Elements of Style
Sculptural collaborators rough out a full life
By Gretchen Giles
The Cazadero rain gauge stands full in April, measuring more than the annual 80 inches, and it’s still coming down. “Do you know where we live?” insists sculptor Brad Wilson by telephone. Yep, he’s assured, up on that high, bony ridge between Jenner and Timber Cove, on the breathtaking but hardscrabble stretch where Meyers Grade acquiesces to Seaview, linking civilization to the ocean.
Please may I come?
Giving way to sudden meadows, racing shortly around tree-darkened corners, and undulating quickly up and just as quickly down past blackberry brambles, flustered quail, blue-water views, and old country orchards, this road offers more than just a detour from the nausea of the ocean-road curves. It’s a hugely romantic road, populated to the tourist’s eye almost solely by structures and art studios, but lived on by whom?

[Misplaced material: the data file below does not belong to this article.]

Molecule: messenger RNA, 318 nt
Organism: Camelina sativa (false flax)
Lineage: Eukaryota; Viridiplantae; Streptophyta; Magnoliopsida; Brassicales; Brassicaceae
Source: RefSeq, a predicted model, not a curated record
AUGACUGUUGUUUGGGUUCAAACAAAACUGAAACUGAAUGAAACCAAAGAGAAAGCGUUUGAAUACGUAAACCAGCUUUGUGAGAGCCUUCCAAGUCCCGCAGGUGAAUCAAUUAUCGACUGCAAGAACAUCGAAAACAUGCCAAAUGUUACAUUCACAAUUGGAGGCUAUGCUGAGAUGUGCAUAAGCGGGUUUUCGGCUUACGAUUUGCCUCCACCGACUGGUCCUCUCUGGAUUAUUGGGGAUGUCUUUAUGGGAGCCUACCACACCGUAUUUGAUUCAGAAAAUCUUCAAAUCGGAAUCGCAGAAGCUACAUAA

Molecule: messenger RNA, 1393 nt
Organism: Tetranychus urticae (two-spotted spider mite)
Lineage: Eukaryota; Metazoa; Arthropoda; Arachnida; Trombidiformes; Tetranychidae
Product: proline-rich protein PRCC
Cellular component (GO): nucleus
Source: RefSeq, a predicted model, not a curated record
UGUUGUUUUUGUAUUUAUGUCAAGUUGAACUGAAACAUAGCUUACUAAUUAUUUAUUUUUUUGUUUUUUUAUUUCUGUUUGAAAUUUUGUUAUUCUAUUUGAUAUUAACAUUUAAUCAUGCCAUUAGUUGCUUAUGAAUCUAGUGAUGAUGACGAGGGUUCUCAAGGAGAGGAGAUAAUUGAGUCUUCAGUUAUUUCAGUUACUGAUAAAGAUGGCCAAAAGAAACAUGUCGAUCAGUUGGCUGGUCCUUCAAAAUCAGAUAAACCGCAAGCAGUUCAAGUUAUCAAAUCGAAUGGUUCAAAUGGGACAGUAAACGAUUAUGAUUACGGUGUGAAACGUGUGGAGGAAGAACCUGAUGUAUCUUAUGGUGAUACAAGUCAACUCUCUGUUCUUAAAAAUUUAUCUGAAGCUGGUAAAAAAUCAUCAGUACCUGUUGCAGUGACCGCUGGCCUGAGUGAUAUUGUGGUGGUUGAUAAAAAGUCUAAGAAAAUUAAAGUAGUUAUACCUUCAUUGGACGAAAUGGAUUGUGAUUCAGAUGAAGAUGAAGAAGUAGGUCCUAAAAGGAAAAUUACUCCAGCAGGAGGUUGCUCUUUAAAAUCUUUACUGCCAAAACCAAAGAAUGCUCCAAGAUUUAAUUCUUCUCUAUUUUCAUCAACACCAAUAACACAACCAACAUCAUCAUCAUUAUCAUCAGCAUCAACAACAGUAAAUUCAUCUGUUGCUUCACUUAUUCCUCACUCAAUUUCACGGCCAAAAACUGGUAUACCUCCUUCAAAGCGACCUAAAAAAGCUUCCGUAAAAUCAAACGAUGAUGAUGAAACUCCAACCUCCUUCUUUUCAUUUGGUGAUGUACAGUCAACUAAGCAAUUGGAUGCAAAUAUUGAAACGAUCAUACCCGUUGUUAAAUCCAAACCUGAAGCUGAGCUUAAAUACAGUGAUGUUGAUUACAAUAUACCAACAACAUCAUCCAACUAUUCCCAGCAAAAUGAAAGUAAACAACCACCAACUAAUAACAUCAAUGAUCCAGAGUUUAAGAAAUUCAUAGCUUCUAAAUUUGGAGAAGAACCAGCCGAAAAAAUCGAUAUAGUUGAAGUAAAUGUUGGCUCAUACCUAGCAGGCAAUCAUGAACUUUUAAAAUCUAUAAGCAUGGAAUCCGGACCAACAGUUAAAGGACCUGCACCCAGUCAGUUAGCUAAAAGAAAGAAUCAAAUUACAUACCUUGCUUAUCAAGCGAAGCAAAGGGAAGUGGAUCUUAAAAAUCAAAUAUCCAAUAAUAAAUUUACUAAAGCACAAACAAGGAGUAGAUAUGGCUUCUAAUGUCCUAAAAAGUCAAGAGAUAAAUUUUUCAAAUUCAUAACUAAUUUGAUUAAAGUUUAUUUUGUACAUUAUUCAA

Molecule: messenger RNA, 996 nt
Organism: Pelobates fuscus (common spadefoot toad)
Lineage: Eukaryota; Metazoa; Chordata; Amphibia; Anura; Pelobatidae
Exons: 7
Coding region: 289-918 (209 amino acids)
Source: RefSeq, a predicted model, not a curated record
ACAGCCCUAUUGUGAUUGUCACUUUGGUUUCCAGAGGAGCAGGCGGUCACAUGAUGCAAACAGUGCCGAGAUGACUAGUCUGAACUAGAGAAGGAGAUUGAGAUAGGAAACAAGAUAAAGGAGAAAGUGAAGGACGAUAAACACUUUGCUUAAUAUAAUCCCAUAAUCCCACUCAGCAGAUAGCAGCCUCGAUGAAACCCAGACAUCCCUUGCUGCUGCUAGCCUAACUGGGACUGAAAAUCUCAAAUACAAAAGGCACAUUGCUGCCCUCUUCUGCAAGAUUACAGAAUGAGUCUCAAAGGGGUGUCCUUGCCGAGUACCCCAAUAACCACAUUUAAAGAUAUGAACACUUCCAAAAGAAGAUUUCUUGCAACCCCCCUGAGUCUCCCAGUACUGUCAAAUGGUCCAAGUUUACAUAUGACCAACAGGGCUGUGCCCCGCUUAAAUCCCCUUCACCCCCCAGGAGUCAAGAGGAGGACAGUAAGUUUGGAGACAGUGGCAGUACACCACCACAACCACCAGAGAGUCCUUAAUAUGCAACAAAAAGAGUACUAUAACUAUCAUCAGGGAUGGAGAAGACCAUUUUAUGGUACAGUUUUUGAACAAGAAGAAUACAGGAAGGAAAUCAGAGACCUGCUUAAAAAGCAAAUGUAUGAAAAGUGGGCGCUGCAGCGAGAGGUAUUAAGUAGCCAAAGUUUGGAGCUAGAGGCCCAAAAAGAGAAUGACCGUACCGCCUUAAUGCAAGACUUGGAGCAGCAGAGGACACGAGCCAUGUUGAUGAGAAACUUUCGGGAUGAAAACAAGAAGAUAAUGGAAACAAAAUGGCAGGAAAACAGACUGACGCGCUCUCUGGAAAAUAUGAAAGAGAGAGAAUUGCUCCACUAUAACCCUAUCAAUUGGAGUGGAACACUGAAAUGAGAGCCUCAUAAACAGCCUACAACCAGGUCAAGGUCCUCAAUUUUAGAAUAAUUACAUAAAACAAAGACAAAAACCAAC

Well, artist Bruce Johnson resides up here; more famously, composer John Adams (Nixon in China, The Death of Klinghoffer) keeps a home. And so, too, do Wilson and his partner, sculptor Pamela Holmes, prosper away in this rural aerie with their two sons. But it ain’t easy.
On a morning when most of Sonoma County rests lightly under a warm swathe of fog, it’s pounding nail-like points of rain up here. A slippery mud stream across from the Ft. Ross elementary school slides one downhill through the thick, forest muck to Wilson and Holmes’ studio. The car stops with an unfortunate shudder, seemingly aware that the only way out is to reverse straight back up. Wilson and Holmes appear, sturdily dressed for a wet round of coaxing the sticky dust of wood, the quick-set tack of cement, and the hair of some 2,000 pounds of industrial hemp into forms that both please and service.
It’s just another day at work for them, whose vessels and earth-bound artifacts are showcased in “Emergence,” a group show exhibiting through May 26 at the new Anne Bradford Gallery in Healdsburg.